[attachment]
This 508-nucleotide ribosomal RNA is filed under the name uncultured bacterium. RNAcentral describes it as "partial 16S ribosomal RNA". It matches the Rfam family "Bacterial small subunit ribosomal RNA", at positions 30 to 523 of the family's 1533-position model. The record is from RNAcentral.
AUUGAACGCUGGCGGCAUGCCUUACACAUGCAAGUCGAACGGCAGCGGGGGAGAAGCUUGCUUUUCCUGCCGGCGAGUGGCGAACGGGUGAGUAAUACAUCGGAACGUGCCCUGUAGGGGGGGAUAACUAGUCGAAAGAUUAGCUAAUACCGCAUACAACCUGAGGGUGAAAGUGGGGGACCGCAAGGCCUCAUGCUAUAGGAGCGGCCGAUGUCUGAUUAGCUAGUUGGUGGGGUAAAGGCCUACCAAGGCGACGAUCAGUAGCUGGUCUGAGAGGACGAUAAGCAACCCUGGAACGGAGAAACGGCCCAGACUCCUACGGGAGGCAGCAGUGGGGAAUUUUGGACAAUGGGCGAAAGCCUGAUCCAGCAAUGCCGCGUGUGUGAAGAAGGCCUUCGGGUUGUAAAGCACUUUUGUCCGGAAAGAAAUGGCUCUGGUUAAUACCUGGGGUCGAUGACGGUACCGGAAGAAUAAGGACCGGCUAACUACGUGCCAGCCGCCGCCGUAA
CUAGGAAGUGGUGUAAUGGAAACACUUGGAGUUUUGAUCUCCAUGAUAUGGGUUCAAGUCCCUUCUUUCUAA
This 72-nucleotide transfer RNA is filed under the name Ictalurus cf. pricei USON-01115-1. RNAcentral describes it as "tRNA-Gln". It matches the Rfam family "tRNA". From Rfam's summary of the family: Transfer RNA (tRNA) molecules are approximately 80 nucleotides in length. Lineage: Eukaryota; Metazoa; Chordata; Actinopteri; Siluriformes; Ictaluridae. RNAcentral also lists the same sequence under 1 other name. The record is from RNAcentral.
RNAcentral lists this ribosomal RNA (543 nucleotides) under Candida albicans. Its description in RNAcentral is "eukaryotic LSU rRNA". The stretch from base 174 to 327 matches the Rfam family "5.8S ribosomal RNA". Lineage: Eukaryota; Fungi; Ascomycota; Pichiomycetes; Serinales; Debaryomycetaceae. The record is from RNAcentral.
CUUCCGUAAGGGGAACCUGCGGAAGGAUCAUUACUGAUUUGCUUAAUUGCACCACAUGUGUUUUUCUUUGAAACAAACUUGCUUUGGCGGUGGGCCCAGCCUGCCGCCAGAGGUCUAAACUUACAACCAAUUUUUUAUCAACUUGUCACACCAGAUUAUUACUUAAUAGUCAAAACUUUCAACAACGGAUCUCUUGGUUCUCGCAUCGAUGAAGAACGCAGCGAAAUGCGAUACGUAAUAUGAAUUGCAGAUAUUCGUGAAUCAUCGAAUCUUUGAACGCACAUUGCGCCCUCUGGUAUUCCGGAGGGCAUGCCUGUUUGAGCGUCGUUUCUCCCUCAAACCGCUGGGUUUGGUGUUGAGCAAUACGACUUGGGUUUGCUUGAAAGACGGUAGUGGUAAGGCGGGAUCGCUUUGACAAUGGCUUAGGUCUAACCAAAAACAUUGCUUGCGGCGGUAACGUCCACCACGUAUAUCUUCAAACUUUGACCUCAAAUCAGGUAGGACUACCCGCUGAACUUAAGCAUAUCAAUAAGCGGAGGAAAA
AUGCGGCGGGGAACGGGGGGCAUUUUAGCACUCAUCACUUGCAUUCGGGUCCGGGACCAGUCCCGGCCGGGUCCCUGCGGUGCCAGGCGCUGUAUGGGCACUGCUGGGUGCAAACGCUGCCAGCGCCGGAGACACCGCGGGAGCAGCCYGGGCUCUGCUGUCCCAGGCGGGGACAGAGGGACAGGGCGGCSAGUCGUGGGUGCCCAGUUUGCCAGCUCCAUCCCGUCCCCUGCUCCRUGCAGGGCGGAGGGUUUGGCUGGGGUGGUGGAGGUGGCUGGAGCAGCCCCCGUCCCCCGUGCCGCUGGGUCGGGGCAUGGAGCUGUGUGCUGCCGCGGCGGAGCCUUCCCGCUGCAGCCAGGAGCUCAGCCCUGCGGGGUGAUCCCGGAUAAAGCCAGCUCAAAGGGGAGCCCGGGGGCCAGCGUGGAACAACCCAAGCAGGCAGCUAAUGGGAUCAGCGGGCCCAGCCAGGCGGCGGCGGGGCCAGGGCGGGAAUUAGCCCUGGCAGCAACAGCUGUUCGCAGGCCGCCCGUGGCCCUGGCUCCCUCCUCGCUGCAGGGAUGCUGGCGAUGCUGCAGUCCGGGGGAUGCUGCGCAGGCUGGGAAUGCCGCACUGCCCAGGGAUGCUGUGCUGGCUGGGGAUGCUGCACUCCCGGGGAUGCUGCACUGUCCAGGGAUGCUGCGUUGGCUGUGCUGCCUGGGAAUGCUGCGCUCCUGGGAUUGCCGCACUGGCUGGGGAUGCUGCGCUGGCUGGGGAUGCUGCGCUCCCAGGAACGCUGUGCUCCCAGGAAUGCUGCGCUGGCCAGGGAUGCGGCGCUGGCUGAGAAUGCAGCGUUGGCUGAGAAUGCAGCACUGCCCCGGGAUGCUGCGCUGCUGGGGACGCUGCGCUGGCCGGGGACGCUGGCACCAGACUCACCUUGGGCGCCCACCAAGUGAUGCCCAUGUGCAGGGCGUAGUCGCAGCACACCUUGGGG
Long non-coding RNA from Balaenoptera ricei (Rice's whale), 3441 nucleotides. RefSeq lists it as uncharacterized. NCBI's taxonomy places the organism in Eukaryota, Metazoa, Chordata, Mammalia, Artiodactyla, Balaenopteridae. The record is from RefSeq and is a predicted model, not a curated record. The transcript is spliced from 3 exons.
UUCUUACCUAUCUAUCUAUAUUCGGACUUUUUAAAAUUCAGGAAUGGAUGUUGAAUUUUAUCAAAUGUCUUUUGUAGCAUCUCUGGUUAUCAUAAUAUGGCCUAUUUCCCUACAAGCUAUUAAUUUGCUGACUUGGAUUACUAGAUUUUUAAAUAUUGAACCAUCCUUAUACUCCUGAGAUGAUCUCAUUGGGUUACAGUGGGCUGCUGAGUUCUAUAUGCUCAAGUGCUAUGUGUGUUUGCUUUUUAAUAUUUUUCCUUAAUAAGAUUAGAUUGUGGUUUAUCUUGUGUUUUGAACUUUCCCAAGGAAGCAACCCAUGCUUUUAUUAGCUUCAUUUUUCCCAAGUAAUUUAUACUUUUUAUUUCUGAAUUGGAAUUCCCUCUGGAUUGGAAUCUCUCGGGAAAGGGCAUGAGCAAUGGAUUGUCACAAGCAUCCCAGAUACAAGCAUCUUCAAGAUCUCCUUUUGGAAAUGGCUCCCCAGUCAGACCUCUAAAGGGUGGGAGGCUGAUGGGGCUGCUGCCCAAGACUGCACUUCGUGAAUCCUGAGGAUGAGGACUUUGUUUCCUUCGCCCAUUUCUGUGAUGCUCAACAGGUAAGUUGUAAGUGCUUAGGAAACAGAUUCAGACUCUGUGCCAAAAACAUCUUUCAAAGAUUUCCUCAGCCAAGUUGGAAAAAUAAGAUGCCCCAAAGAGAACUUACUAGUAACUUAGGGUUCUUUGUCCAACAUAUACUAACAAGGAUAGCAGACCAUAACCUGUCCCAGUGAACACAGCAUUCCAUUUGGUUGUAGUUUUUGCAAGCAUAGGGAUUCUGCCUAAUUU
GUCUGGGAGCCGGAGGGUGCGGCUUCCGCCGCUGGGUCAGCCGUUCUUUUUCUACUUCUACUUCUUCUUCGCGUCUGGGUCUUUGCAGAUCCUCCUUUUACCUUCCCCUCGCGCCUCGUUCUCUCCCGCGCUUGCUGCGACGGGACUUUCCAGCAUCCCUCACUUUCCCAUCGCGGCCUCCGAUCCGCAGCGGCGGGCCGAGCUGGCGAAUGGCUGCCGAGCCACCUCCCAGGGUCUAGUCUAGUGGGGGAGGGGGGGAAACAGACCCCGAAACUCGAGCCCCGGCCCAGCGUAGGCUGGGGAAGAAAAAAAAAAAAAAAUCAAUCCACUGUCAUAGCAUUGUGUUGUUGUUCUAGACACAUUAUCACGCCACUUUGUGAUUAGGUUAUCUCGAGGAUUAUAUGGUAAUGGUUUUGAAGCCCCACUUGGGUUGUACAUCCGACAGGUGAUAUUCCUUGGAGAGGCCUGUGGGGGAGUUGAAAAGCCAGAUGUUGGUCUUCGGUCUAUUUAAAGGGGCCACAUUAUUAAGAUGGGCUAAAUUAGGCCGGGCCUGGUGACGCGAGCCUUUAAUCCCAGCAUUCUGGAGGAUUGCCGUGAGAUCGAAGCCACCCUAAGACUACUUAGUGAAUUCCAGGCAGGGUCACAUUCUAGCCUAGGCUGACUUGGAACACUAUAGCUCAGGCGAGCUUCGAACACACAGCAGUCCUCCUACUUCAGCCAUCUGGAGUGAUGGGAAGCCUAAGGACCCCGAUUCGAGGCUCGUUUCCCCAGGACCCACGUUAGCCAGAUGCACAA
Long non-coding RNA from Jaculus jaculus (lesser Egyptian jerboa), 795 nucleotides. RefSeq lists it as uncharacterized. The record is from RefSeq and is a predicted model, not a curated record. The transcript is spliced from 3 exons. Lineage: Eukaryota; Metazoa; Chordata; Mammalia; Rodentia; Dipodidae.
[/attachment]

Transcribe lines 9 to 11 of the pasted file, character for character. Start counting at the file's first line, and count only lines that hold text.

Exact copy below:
UUCUUACCUAUCUAUCUAUAUUCGGACUUUUUAAAAUUCAGGAAUGGAUGUUGAAUUUUAUCAAAUGUCUUUUGUAGCAUCUCUGGUUAUCAUAAUAUGGCCUAUUUCCCUACAAGCUAUUAAUUUGCUGACUUGGAUUACUAGAUUUUUAAAUAUUGAACCAUCCUUAUACUCCUGAGAUGAUCUCAUUGGGUUACAGUGGGCUGCUGAGUUCUAUAUGCUCAAGUGCUAUGUGUGUUUGCUUUUUAAUAUUUUUCCUUAAUAAGAUUAGAUUGUGGUUUAUCUUGUGUUUUGAACUUUCCCAAGGAAGCAACCCAUGCUUUUAUUAGCUUCAUUUUUCCCAAGUAAUUUAUACUUUUUAUUUCUGAAUUGGAAUUCCCUCUGGAUUGGAAUCUCUCGGGAAAGGGCAUGAGCAAUGGAUUGUCACAAGCAUCCCAGAUACAAGCAUCUUCAAGAUCUCCUUUUGGAAAUGGCUCCCCAGUCAGACCUCUAAAGGGUGGGAGGCUGAUGGGGCUGCUGCCCAAGACUGCACUUCGUGAAUCCUGAGGAUGAGGACUUUGUUUCCUUCGCCCAUUUCUGUGAUGCUCAACAGGUAAGUUGUAAGUGCUUAGGAAACAGAUUCAGACUCUGUGCCAAAAACAUCUUUCAAAGAUUUCCUCAGCCAAGUUGGAAAAAUAAGAUGCCCCAAAGAGAACUUACUAGUAACUUAGGGUUCUUUGUCCAACAUAUACUAACAAGGAUAGCAGACCAUAACCUGUCCCAGUGAACACAGCAUUCCAUUUGGUUGUAGUUUUUGCAAGCAUAGGGAUUCUGCCUAAUUU
GUCUGGGAGCCGGAGGGUGCGGCUUCCGCCGCUGGGUCAGCCGUUCUUUUUCUACUUCUACUUCUUCUUCGCGUCUGGGUCUUUGCAGAUCCUCCUUUUACCUUCCCCUCGCGCCUCGUUCUCUCCCGCGCUUGCUGCGACGGGACUUUCCAGCAUCCCUCACUUUCCCAUCGCGGCCUCCGAUCCGCAGCGGCGGGCCGAGCUGGCGAAUGGCUGCCGAGCCACCUCCCAGGGUCUAGUCUAGUGGGGGAGGGGGGGAAACAGACCCCGAAACUCGAGCCCCGGCCCAGCGUAGGCUGGGGAAGAAAAAAAAAAAAAAAUCAAUCCACUGUCAUAGCAUUGUGUUGUUGUUCUAGACACAUUAUCACGCCACUUUGUGAUUAGGUUAUCUCGAGGAUUAUAUGGUAAUGGUUUUGAAGCCCCACUUGGGUUGUACAUCCGACAGGUGAUAUUCCUUGGAGAGGCCUGUGGGGGAGUUGAAAAGCCAGAUGUUGGUCUUCGGUCUAUUUAAAGGGGCCACAUUAUUAAGAUGGGCUAAAUUAGGCCGGGCCUGGUGACGCGAGCCUUUAAUCCCAGCAUUCUGGAGGAUUGCCGUGAGAUCGAAGCCACCCUAAGACUACUUAGUGAAUUCCAGGCAGGGUCACAUUCUAGCCUAGGCUGACUUGGAACACUAUAGCUCAGGCGAGCUUCGAACACACAGCAGUCCUCCUACUUCAGCCAUCUGGAGUGAUGGGAAGCCUAAGGACCCCGAUUCGAGGCUCGUUUCCCCAGGACCCACGUUAGCCAGAUGCACAA
Long non-coding RNA from Jaculus jaculus (lesser Egyptian jerboa), 795 nucleotides. RefSeq lists it as uncharacterized. The record is from RefSeq and is a predicted model, not a curated record. The transcript is spliced from 3 exons. Lineage: Eukaryota; Metazoa; Chordata; Mammalia; Rodentia; Dipodidae.